There was little warning of last week's flooding in the Ruapehu District, resulting in significant losses for locals and tourism operators.
Jay Cripps lives 5km upstream of Pipiriki on the Whanganui River, where the only access to his whare is via boat.
And in last week's flash flood he lost his motorbike when the water rose.
"I left my bike too low, at the time I wasn't home because we really didn't have much of a warning for this one. Well, not much of a warning anyway," Cripps said.
"So I wasn't too worried about but by the time I got home, it was gone. She would have been up a good 20 metres, the whole river."
He said the water level was similar to another flash flood in 2015.
Tourist operators along the river also experienced losses - canoes, kayaks and other equipment were found kilometres downstream.
"There was so much lost in this one," Josephine Haworth from Whanganui River Adventures said.
"There were so many canoe operators that lost their canoes and kayaks and what not. My brother who tour guides for us, he counted 12 kayaks going down within the space of a couple of minutes."
Josephine Haworth and her partner Ken had to cancel their jet boat tours as it was too dangerous and the extra silt could've clogged up the motors - but a few days later they were back to business as usual.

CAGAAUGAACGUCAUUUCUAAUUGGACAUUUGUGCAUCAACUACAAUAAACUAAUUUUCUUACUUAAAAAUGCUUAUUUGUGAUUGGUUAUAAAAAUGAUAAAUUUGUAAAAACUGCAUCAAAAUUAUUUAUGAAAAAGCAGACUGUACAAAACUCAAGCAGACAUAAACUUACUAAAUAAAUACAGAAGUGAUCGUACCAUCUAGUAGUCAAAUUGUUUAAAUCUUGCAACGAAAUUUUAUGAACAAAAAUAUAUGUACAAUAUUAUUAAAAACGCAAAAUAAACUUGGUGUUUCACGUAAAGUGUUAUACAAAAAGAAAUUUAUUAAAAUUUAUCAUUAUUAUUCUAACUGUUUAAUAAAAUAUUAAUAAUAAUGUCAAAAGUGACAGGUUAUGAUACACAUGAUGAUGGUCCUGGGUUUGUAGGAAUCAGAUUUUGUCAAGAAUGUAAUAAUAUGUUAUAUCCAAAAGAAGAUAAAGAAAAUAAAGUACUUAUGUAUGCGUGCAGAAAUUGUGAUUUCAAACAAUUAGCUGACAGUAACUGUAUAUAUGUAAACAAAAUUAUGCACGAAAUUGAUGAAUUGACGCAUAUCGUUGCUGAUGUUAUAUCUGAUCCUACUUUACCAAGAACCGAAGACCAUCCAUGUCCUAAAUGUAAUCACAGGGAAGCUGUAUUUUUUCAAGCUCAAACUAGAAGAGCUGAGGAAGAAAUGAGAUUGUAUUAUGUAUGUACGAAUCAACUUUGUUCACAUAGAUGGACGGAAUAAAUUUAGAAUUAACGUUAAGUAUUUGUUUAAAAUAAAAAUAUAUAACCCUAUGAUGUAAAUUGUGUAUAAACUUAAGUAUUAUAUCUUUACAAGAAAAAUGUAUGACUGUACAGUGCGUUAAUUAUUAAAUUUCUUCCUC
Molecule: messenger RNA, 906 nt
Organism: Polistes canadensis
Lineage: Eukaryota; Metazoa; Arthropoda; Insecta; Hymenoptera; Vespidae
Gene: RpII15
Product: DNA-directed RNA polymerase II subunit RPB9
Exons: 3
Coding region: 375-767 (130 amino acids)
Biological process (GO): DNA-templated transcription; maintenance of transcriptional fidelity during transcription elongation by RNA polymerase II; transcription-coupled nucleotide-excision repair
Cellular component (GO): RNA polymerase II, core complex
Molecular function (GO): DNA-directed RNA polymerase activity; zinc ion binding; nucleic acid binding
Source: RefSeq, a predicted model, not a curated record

"There are a few extra logs here and there, a few more obstacles, but yeah as the river goes down a bit more we'll see a bit more as well," Ken said.
Initially, boat access into the river was difficult as with the water came mud and sandstone.
"My husband was up all night with the tractor trying to keep it open, as a local you sort of learn a lot of this stuff as you grow up with it.
"If it wasn't for him that rampway wouldn't be open, but when they realised it and a had a look the next morning the bank had actually come down on top of the rampway," Josephine said.
The boat ramp's been cleared a little - but locals and tourism operators that use the ramp are hoping the Ruapehu District Council will step in and help restore it to full working capacity.
"We would like them to come and open our rampway where we put all out boats in and out and where the canoeists come in," Josephine said.
"Basically, if they don't come on board with that our locals would have to do what we did in 2015 flood and its hard work by spade and shovel, like it's easier with a digger."
Ruapehu District Council Mayor Don Cameron said his teams were inspecting the damage and the initial priority is get all roads open across the district.
"Pipiriki have had many a flood there. So we've just upgraded the wharf anyway recently. So its now easy to get down to there and clean it out, scrape it out.
"We made it far more resilient so when a flood comes through once the flood waters recede, it's just scrapping all the dryness off the surface to allow them to back their boats in and out."